that the negotiated value for Rx and Tx is 20msec.  But system "A" is
   not able to support this.  Multiple ways exist to resolve the dilemma
   but none of them is without problems.

   a.  Realizing that it cannot support 20msec, system "A" sends out a
       new BFD packet, advertising the next larger interval of 100msec
       with RequiredMinRxInterval and DesiredMinTxInterval.  The new
       negotiated interval between "A" and "B" then is 100msec, which is
       supported by both systems.  The problem though is that we moved
       from the 10/20msec range to 100msec, which likely is not fitting
       the requirements.

   b.  System "A" could violate RFC5880 and use the 10msec interval for
       the Tx direction.  In the receive direction it could use an
       adjusted multiplier value M' = 2 * M to match the correct
       detection time.  Now beside the fact that we explicitly violate
       RFC5880 there may be the problem that system "B" drops up to 50%



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       of the packets; this could be the case when "B" uses an ingress
       rate policer to protect itself and the policer would be
       programmed with an expectation of 20msec receive intervals.

   The example above could be worse when we assume that system "B" can
   only support a few timer values itself.  Lets assume "B" supports
   "20msec", "300msec" and "1sec".  If both systems would adjust their
   advertised intervals, then the adjustment ends at 1sec.  The example
   above could even be worse when we assume that system "B" can only
   support "50msec", "500msec" and "2sec".  Even if both systems walk
   their supported intervals, the two systems will never be able to
   agree on a interval to run any BFD sessions.


3.  Well-defined, standardized intervals

   The problem can be reduced by defining interval values that must be
   supported by all implementations.  Then the adjustment mechanism
   could find a commonly supported interval without deviating too much
   from the original request.

   The proposed set of Standard interval values is: 3.3msec, 10msec,
   20msec, 50msec, 300msec and 1sec.

   What does "Standard interval set" mean exactly?  In the example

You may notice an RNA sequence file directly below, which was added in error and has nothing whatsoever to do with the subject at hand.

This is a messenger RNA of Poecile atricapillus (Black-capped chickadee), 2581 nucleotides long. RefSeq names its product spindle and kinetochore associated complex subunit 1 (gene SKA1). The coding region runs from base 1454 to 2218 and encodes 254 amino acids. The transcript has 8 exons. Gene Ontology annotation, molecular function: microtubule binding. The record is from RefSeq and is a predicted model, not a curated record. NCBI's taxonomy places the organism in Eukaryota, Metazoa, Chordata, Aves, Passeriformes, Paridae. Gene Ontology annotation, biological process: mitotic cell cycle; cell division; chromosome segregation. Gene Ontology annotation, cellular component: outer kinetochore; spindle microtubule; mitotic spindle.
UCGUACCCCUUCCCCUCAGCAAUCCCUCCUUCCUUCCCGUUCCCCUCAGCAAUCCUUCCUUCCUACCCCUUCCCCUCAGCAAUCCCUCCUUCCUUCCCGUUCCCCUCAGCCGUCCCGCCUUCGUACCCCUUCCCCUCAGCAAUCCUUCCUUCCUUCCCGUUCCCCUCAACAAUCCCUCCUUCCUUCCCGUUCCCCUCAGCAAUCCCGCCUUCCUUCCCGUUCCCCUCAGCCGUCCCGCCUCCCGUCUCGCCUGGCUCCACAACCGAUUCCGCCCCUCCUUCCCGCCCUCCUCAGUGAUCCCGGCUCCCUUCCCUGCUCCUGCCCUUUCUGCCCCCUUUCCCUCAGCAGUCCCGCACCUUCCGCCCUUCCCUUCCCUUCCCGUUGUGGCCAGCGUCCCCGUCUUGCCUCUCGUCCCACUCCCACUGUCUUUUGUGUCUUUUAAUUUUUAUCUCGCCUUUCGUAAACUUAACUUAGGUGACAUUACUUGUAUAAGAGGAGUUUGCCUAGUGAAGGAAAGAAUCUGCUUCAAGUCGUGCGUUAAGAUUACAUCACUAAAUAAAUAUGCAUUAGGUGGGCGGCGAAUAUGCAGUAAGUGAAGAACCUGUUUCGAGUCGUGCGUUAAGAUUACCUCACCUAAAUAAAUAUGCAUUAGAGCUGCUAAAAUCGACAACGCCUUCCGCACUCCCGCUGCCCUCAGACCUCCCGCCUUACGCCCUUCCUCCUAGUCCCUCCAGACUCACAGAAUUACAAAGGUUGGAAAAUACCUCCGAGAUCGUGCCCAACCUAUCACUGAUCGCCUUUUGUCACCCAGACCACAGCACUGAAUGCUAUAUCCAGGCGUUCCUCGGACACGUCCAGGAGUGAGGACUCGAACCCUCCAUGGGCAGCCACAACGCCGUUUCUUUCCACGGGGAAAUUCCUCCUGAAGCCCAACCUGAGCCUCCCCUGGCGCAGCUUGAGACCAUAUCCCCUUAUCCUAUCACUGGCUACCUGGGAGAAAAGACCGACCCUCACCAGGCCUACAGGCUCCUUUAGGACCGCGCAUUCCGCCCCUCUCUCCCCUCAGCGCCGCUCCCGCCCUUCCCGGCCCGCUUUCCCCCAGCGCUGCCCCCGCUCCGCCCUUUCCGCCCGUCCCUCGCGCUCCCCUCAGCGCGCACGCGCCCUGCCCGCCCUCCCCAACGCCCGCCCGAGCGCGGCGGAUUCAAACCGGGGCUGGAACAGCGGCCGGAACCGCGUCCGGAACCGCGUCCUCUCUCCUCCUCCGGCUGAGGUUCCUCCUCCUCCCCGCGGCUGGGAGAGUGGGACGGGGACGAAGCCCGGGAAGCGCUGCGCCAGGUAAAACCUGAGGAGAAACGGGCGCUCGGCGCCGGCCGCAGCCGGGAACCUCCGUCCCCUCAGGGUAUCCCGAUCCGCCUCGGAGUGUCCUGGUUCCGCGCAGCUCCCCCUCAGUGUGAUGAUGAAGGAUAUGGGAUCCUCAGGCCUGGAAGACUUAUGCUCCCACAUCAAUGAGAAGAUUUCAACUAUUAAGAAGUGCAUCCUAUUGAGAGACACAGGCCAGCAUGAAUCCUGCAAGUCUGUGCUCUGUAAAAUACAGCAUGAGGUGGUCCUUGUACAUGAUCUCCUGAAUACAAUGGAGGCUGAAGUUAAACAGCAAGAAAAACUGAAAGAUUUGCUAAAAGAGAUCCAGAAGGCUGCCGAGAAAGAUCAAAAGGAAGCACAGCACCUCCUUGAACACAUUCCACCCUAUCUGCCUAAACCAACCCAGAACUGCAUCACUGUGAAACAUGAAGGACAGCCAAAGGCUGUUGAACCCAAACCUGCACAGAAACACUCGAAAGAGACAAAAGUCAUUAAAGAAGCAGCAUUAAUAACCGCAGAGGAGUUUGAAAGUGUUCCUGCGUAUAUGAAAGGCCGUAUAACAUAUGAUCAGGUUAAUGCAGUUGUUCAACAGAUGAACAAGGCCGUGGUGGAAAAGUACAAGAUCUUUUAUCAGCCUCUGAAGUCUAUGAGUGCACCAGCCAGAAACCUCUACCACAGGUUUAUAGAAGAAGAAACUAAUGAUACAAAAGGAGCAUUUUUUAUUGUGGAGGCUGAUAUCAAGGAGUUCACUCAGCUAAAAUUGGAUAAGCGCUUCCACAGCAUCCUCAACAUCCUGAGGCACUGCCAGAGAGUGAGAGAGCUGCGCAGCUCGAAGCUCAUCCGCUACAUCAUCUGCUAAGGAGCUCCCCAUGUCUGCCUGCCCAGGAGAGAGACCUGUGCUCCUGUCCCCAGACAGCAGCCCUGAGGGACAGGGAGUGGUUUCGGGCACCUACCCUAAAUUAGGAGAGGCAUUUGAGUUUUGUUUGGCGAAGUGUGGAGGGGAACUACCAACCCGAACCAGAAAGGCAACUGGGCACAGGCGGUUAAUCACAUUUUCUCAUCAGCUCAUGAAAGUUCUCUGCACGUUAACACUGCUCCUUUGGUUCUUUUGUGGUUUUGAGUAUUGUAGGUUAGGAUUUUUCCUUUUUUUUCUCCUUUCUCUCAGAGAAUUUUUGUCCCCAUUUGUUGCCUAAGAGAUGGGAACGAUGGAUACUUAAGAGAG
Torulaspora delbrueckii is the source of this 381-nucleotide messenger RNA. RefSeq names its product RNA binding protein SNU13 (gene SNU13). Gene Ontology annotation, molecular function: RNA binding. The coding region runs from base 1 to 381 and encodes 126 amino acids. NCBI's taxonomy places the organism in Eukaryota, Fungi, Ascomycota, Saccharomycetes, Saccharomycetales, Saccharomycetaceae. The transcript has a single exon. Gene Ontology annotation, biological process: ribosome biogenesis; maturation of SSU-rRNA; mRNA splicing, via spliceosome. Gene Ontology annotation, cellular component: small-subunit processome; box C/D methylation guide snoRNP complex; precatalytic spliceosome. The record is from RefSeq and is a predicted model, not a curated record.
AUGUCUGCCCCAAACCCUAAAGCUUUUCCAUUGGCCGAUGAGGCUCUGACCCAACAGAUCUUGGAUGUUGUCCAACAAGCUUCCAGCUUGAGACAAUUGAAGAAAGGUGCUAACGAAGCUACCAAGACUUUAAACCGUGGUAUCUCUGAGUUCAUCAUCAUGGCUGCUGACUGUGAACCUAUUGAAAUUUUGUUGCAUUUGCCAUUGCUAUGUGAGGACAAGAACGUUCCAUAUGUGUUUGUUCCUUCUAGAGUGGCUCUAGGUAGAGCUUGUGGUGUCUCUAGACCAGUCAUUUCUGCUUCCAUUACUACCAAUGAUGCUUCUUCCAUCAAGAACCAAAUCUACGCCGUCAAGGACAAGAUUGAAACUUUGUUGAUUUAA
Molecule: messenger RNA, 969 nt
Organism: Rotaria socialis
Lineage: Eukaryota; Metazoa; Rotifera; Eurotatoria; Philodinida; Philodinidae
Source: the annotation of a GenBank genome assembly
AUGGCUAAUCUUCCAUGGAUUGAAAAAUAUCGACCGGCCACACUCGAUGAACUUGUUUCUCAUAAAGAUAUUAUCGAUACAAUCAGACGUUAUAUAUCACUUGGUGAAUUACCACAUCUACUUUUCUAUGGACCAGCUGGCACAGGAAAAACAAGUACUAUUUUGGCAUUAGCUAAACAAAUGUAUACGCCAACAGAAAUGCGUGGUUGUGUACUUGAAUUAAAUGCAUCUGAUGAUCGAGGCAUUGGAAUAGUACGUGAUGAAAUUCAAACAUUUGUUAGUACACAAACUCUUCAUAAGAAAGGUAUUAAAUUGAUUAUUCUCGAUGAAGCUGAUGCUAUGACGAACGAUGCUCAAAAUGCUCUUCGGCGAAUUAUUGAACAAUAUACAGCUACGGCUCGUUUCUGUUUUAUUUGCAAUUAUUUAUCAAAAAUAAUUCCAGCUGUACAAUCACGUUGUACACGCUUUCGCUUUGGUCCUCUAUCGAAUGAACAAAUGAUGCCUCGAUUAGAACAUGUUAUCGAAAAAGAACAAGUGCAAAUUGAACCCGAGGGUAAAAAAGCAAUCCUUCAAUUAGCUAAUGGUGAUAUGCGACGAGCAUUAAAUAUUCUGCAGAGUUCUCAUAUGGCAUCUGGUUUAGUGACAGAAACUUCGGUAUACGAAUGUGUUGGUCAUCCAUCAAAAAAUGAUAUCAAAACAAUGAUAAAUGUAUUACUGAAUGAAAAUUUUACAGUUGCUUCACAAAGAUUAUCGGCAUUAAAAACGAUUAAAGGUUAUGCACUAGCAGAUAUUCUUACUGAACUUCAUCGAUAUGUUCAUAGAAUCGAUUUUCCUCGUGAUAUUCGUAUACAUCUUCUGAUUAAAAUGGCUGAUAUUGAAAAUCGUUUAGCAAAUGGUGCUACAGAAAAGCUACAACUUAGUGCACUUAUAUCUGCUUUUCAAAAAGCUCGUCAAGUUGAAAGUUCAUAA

above, vendor "A" has a fastest interval of 10msec and thus would be
   required to support all intervals in the standard set that are equal
   or larger than 10msec, i.e. it would support 10msec, 20msec, 50msec,
   300msec, 1sec.  Vendor "B" has a fastest interval of 20msec and thus
   would need to support 20msec, 50msec, 300msec and 1sec.  This does
   not restrict both vendors from implementing additional values outside
   of the standard set.  As long as requirements are met for the
   standard set of values, then both vendor "A" and "B" are free to
   support additional values outside of the standard set.


4.  IANA Considerations

   No request to IANA.


5.  Security Considerations

   This document does not introduce any additional security issues and
   the security mechanisms defined in [RFC5880] apply in this document.






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6.  Normative References

   [RFC2119]  Bradner, S., "Key words for use in RFCs to Indicate
              Requirement Levels", BCP 14, RFC 2119, March 1997.

   [RFC5880]  Katz, D. and D. Ward, "Bidirectional Forwarding Detection
              (BFD)", RFC 5880, June 2010.


Appendix A.  Why some intervals are in the standard set

   The list of standard interval values is trying to balance various
   objectives.  The list should not contain too many values as more
   timers may increase the implementation costs.  On the other hand less
   values produces larger gaps and adjustment jumps.  Larger values in
   the lower interval range may be easier to support, potentially even
   in software instead of hardware.

   o  3.3msec: required by MPLS-TP

   o  10msec and 20msec: both values allow to detect faster than 50msec,
      when used with a multiplier of 2 or 3 (for 10msec).  A compromise
      could be a single interval of 15msec.

   o  50msec: this seems an interval often supported by software
      implementations, so the assumption here is that for convenience
      this value should be supported.

   o  300msec: this would support large scale of 3 x 300msec setups used
      by customers to have a detection time slightly below 1sec for VoIP
      setups.

   o  1sec: as mentioned in RFC5880

   With that stated, one of the primary intention of this first draft is
   to seek feedback on the number of interval values in the standard set
   as well as each value.


Authors' Addresses

   Nobo Akiya
   Cisco Systems

   Email: nobo@cisco.com






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   Marc Binderberger
   Cisco Systems

   Email: mbinderb@cisco.com